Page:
Playmates launched the Teenage Mutant Ninja Turtles at the 1988 New York Toy Fair to a less than enthusiastic reception. In spite of the company’s optimism about the toys, retail outlets were skeptical, ordering only in small quantities, if at all. Confident in their product, Playmates began an aggressive promotion of their new action figure line, paying for the first five episodes of a cartoon series featuring the Turtles. To the industry’s surprise, the Turtles action figures began flying off of toystore shelves as kids fell in love with the wisecracking, pizza-eating heroes. Playmates sold $23 million worth of the toys in 1988, an impressive figure for a new toy. If the writing was on the wall that these quirky characters were hot, no one could have predicted the phenomenon they were to become. By Christmas of 1988 retailers could not stock enough of the toys and by mid-1989 the Turtles had become one of the best-selling toys ever. A stunned toy industry watched while the small green dolls, retailing at only about five dollars, took over the boys’ toys market. The television show that had begun as a promotional tie-in became the top-ranked Saturday morning kids show in the United States and the first Teenage Mutant Ninja Turtles movie, released in 1990, grossed more than $135 million. By 1990 the Turtles had captured more than 60 percent of the action figure sector and it was estimated that 90 percent of American boys under ten owned at least one Ninja Turtle.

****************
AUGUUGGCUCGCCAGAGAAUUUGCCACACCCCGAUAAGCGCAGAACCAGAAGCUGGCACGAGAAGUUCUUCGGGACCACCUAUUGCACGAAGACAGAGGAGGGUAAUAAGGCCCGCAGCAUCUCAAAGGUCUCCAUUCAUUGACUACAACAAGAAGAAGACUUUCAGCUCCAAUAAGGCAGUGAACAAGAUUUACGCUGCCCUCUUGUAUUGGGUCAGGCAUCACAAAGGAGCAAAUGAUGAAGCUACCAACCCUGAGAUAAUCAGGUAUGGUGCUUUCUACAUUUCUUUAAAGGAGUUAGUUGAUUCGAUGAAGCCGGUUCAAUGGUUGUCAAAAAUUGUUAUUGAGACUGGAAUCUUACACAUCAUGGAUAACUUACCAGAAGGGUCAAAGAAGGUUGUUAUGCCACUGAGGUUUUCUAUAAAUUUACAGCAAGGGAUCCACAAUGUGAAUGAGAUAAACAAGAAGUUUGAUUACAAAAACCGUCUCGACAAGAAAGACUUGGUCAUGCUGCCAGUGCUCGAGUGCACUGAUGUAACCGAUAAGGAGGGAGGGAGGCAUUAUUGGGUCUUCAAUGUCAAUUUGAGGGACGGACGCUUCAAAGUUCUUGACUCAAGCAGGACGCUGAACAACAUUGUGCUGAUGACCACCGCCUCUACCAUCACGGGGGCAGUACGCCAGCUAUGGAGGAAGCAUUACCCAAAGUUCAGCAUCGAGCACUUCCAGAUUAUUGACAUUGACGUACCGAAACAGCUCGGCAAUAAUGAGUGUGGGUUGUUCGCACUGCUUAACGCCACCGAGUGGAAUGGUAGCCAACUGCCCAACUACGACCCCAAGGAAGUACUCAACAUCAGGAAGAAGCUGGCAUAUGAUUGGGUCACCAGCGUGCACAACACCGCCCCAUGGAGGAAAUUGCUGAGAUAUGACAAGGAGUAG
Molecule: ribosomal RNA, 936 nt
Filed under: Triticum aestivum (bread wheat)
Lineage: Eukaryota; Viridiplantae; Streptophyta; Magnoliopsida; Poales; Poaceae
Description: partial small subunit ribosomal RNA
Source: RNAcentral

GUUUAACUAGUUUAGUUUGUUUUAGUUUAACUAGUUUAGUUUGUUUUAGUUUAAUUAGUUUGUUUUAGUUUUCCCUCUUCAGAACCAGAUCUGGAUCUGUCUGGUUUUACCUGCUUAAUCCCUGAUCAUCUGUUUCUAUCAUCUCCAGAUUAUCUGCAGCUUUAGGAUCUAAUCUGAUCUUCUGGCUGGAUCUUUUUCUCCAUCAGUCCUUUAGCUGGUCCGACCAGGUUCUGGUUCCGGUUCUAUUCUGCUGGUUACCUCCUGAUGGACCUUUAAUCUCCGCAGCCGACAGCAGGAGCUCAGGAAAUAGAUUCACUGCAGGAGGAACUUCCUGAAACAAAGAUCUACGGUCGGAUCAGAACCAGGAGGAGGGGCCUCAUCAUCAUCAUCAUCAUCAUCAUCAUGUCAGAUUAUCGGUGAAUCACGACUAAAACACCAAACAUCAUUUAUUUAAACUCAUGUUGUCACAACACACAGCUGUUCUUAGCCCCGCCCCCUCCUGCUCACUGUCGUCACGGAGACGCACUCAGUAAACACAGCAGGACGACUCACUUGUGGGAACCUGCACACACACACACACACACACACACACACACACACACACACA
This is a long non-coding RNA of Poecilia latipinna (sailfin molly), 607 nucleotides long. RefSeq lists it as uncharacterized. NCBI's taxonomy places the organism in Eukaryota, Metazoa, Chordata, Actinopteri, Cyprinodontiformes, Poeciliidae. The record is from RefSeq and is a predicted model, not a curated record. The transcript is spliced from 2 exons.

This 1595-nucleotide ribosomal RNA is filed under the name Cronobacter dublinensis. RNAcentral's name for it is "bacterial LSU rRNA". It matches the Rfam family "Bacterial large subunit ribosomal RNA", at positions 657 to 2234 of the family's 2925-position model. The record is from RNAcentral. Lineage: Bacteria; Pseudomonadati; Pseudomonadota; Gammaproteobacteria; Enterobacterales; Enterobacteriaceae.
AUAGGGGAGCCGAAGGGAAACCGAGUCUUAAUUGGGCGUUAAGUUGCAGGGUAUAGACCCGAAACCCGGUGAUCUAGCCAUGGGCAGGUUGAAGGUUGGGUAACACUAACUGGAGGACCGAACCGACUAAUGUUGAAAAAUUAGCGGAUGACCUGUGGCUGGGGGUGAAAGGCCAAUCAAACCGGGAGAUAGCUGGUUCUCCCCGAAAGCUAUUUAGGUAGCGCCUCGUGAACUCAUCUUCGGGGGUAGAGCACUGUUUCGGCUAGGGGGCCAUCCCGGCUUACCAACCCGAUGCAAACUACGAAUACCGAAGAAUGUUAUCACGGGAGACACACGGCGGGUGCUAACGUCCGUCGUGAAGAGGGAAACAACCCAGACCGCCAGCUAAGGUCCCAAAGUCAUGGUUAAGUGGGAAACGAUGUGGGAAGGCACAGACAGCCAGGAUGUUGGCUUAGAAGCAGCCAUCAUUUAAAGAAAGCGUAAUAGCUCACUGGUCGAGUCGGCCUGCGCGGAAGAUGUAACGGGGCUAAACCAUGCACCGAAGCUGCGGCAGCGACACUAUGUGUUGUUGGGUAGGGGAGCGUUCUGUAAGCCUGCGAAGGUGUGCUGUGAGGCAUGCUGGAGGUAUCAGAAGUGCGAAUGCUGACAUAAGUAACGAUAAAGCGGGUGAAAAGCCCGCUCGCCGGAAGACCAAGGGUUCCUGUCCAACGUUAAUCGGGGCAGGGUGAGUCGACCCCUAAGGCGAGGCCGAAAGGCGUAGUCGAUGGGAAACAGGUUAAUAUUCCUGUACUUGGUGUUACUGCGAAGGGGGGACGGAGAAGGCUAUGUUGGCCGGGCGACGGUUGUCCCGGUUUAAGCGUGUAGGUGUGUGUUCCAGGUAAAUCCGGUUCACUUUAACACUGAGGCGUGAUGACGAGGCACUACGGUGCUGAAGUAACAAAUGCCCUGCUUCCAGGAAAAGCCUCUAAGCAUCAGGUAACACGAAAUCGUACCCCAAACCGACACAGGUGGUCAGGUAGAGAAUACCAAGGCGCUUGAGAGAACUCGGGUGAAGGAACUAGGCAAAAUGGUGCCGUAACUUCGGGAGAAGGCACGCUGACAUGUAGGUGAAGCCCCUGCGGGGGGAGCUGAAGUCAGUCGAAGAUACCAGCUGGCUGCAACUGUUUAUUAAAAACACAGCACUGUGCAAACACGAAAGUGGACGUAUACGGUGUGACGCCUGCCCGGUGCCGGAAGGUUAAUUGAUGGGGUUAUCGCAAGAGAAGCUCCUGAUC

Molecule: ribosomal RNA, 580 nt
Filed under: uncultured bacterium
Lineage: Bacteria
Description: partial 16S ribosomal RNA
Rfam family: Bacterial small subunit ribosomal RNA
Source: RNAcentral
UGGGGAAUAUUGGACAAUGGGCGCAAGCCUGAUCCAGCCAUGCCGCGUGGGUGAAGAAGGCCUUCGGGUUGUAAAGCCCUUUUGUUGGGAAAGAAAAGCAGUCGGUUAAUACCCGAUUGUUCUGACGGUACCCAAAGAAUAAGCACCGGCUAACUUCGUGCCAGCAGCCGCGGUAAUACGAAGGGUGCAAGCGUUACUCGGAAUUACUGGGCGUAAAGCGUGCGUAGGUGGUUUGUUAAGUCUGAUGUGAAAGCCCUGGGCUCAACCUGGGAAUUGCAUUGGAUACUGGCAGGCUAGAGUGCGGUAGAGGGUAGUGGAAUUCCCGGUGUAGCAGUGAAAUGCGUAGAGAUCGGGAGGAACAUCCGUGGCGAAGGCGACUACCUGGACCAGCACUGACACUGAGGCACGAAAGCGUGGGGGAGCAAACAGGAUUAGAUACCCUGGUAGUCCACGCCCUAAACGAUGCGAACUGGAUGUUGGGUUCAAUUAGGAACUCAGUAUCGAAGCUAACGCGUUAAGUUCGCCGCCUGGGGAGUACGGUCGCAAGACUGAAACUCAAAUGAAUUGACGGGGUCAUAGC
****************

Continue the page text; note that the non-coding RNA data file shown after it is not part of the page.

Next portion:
The phenomenal success of the Teenage Mutant Ninja Turtles propelled Playmates, now officially named Playmates International Holdings, into the big leagues of the toy industry. In 1989 sales doubled to $145 million and, even more impressively, net income increased tenfold to $21 million. By the following year sales had topped $500 million and Playmates became the first toy company in history to net more than $100 million.
Decline of the Turtles in the 1990s